That's where his background as a documentary film producer and director came into play. Cohen has directed and produced two documentaries about Jewish life and culture - 1996's "At Home on the Range: Jewish Life in Texas" and 1998's "Pushcarts and Plantations: Jewish Life in Louisiana." Cohen had to raise funds to make those films a reality, and he took that experience and made it work in a festival setting, lining up supporting sponsors such as Bud Light, Pepsi, Whole Foods, Schlafly, Euclid Records, the Moonrise Hotel and Johnny On The Spot to supply needed infrastructure and services.
Before going to get approval for the Forest Park site, Cohen had to pick a date for the festival - one that would make sense for the event, the park and for a potential audience in avoiding conflicting attractions.
"We especially had to find a date that would work for Forest Park," explains Cohen. "We made sure there were no other big events happening in the Park that would cause a conflict. We also wanted to do it when the Cardinals were out of town ... and at a time that would work best for the core audience for a music festival. We chose Aug. 27 and 28, the weekend before Labor Day because there were no conflicts in the park and the Cardinals were out of town. In addition, area colleges were back in session, and we knew that college students were a major part of the core audience for a music festival that is basically alt-rock in its focus."
It should be noted that other events are happening the weekend of Aug. 28 and 29 that could appeal to potential fans of LouFest. BluesWeek (Aug. 26-Sept. 5) has set Friday and Saturday, Aug. 27 and 28, for the Market Street Blues Festival at Peabody Opera House and Soldiers Memorial. And the International Institute's annual Festival of Nations takes place in Tower Grove Park Aug. 28 and 29 - with four stages of entertainment by performers from a variety of nationalities on both days.
Cohen wouldn't say how ticket sales are going for LouFest, or even if there is going to be a specified limit on the number of tickets that will be sold each day. (Tickets are $38 a day, or $64 for a two-day pass. Kids under 10 are free.) But he did say he wanted to make sure that people didn't feel overcrowded at the event.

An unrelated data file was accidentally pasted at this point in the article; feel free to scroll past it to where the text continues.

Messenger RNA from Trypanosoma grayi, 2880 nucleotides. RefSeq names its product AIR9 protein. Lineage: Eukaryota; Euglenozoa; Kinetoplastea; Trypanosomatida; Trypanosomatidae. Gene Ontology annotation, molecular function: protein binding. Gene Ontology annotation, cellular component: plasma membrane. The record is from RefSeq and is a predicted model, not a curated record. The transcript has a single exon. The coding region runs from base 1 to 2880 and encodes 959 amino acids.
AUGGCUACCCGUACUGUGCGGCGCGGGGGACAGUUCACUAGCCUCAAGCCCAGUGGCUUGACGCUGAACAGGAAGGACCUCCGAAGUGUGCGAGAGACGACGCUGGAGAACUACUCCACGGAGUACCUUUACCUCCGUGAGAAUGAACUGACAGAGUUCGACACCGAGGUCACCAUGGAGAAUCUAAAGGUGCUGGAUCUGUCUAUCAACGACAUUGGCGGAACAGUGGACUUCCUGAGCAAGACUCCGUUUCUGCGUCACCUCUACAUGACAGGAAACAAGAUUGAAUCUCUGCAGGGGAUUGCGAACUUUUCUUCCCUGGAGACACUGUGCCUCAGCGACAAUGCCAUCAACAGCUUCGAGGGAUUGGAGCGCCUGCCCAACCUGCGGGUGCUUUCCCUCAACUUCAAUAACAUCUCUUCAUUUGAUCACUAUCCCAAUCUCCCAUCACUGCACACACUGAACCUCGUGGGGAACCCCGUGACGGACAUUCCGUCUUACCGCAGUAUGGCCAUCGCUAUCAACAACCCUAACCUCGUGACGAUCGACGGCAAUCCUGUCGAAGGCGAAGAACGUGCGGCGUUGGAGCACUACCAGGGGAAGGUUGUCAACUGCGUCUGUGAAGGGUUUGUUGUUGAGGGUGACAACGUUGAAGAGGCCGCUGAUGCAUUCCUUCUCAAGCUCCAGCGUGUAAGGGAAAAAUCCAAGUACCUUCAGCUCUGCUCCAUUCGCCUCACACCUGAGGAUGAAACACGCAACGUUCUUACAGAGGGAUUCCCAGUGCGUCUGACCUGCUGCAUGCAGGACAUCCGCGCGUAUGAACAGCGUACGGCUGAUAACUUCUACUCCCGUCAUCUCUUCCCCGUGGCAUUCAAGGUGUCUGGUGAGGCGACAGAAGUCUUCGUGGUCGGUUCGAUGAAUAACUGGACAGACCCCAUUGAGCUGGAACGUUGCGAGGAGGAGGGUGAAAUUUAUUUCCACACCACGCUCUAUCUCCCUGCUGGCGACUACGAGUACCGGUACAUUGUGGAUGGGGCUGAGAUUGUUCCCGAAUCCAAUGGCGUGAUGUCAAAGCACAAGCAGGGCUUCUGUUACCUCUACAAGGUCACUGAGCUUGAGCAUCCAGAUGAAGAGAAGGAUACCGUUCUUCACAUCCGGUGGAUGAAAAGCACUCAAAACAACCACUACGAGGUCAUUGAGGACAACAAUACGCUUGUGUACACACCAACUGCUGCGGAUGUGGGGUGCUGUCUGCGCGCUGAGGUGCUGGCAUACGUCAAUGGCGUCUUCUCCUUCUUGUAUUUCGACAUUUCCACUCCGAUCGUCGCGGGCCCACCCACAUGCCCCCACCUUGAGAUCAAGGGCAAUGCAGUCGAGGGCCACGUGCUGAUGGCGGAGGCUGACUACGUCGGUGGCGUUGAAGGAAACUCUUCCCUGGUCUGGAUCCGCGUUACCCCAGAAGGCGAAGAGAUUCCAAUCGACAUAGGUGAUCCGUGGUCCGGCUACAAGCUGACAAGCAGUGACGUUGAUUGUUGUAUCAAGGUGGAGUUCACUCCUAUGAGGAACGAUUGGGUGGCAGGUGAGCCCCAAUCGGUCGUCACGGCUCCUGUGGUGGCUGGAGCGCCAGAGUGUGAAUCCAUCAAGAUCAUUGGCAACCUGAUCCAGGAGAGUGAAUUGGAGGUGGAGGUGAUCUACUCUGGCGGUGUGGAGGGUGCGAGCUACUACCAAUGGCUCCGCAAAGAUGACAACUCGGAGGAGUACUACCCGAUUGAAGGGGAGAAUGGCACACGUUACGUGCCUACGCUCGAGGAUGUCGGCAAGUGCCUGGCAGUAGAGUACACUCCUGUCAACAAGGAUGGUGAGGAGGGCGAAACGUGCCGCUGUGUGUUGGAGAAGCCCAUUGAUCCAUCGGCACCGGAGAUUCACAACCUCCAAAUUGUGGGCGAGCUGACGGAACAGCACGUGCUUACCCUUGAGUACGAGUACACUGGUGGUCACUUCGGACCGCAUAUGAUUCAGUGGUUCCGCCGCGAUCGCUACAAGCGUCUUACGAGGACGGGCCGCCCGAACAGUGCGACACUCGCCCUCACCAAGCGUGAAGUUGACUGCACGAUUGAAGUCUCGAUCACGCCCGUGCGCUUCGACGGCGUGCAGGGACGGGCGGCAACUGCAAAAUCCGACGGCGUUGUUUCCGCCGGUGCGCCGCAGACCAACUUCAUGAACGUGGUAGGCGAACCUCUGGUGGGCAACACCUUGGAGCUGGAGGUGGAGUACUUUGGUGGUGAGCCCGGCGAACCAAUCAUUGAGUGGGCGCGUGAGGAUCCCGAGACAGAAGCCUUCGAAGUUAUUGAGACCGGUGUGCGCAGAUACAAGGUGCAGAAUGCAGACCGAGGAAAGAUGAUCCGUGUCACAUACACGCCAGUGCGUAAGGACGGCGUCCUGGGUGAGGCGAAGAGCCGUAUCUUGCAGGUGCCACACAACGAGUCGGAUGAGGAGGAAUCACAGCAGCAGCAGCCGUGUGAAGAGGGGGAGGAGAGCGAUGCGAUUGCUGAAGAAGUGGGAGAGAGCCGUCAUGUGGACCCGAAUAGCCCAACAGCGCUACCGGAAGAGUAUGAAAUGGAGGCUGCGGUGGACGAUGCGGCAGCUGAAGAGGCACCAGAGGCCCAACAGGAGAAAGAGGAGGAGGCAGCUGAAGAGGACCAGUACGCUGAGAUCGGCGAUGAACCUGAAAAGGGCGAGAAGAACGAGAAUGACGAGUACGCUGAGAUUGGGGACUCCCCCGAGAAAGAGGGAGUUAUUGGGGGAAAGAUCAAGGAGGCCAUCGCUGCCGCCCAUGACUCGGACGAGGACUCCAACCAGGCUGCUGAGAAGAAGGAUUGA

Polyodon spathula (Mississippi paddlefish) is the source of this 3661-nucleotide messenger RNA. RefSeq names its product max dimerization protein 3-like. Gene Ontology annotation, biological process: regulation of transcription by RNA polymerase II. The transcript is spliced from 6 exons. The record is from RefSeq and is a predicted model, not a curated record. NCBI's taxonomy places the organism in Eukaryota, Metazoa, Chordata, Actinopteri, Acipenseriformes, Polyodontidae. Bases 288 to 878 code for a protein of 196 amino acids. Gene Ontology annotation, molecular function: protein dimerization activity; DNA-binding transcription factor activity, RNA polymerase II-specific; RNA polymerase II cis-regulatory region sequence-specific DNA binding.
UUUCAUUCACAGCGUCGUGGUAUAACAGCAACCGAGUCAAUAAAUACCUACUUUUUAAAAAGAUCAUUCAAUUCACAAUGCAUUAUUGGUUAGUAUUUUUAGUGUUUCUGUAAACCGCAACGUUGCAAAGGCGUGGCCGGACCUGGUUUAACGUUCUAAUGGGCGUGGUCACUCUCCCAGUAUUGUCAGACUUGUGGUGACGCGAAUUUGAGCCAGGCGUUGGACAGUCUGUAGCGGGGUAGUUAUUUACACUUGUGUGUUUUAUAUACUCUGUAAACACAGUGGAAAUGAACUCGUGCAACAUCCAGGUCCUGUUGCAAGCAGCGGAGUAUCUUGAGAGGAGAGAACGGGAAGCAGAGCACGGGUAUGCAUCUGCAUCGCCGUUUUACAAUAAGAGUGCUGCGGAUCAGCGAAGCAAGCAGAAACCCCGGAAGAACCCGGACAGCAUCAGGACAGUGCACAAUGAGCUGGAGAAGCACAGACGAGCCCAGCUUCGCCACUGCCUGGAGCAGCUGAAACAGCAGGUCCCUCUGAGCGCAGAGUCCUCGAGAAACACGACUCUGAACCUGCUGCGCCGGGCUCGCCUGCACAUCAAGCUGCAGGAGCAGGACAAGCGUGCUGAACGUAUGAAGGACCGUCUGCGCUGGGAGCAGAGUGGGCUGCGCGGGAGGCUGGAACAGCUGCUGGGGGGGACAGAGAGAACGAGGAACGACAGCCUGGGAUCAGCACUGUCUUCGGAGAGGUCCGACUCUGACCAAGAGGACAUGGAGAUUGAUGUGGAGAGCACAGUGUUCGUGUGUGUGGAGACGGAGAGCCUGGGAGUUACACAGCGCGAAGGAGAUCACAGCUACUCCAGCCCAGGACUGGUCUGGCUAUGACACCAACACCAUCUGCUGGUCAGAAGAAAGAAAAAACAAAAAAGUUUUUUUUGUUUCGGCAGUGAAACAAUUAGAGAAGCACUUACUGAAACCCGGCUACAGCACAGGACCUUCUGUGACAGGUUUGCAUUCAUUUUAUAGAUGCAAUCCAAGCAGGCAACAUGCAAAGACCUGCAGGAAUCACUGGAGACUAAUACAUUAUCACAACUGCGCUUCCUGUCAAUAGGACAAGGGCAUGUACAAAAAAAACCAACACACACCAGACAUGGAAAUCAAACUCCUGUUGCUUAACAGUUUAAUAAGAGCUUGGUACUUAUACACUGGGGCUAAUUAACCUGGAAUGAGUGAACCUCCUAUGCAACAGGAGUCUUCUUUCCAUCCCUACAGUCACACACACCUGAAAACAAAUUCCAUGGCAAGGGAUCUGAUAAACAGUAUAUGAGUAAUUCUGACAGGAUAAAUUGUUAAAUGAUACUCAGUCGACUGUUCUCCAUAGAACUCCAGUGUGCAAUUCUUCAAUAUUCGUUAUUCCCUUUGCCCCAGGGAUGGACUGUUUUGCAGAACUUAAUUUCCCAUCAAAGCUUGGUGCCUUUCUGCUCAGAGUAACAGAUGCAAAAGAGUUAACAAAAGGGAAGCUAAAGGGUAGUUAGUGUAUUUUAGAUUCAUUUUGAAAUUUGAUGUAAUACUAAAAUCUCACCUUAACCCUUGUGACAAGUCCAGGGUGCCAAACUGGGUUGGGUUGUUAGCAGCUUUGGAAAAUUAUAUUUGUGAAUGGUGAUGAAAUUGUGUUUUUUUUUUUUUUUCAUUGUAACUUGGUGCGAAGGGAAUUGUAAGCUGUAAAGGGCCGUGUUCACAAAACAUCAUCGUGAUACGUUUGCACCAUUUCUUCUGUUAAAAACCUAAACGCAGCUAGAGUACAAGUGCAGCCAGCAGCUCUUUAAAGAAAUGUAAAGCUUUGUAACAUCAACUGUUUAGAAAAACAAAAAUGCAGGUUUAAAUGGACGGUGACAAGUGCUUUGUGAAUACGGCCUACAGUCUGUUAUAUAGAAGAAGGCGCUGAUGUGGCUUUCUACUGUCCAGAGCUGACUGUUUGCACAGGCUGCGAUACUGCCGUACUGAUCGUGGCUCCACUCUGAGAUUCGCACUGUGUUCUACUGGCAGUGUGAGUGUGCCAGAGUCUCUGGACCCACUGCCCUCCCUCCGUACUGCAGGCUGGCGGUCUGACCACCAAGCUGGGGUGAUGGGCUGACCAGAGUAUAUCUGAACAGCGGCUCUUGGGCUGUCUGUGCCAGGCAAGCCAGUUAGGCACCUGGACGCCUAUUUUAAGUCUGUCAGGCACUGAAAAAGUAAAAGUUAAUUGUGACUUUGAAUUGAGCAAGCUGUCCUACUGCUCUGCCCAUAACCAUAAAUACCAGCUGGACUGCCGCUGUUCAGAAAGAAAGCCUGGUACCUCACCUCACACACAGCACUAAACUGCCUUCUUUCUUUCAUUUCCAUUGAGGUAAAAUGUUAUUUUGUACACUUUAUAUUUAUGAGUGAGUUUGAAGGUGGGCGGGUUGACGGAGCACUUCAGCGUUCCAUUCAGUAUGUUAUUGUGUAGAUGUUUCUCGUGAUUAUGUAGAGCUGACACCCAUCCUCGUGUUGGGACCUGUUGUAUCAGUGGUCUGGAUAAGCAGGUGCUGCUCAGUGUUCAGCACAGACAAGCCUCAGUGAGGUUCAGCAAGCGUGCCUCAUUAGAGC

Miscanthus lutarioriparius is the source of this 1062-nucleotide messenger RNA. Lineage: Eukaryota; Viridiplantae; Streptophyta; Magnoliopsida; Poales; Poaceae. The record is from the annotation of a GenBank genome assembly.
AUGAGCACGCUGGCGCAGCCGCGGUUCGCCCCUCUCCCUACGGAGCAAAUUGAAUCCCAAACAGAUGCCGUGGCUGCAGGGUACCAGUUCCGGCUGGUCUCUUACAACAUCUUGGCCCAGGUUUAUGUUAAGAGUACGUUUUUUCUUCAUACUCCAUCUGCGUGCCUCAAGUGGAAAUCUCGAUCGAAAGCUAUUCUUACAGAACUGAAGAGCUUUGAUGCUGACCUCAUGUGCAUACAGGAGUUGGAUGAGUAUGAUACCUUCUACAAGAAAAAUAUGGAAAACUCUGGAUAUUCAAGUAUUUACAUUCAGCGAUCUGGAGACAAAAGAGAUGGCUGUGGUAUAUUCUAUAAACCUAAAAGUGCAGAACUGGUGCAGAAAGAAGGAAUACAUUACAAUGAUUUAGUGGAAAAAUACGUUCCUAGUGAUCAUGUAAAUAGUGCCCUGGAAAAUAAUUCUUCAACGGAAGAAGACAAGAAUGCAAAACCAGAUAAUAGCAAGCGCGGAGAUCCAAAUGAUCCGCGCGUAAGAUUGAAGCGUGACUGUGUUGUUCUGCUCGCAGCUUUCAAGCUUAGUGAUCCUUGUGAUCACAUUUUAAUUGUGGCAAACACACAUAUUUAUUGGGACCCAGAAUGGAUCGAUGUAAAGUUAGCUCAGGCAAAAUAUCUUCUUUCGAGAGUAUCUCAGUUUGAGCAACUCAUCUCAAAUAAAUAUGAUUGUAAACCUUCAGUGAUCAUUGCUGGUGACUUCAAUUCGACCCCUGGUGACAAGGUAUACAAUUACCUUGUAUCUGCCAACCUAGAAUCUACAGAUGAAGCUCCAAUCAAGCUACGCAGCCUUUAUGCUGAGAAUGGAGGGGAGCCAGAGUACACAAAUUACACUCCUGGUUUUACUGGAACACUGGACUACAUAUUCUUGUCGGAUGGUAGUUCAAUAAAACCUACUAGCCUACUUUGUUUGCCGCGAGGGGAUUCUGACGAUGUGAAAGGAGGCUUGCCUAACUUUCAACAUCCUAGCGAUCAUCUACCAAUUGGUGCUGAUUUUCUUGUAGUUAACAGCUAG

"We don't really have any crowd estimates at this point," he states. "But we do have a commitment to make sure we don't oversell the event. I can assure anyone who comes that we're not going to make it overcrowded. There will be plenty of room to enjoy the music ... as well as the Kids' Village and the food at the Nosh Pit and exhibits at the Eco Zone."
Cohen is especially proud of the environmental commitment at LouFest - and the focus on making it a family friendly event through children's activities at the Kids' Village, including a separate stage area.
"A lot of people - especially the parks department - were happy we wanted to have such a strong focus on the environment," states Cohen. "It's kind of unusual for a first-year festival to go so deep in terms of environmental commitment, but we wanted to make sure since we were having the event in Forest Park that we really focused on the environmental impact. And that's something we've done in every aspect ... from encouraging riding bikes and taking public transportation to reducing waste with a refillable water bottle effort. And for the Kids' Village, that's like a festival within a festival."
So what about that event name? Why LouFest?
"It's simple, says Cohen. "From my perspective, a festival like this really has to involve the local business community - great businesses that make St. Louis their home. And that's really been our focus as much as possible. So LouFest made sense. And we're already working on next year!"
Terry Perkins is a freelance writer who has long covered the St. Louis music scene.
This article originally appeared in the St. Louis Beacon.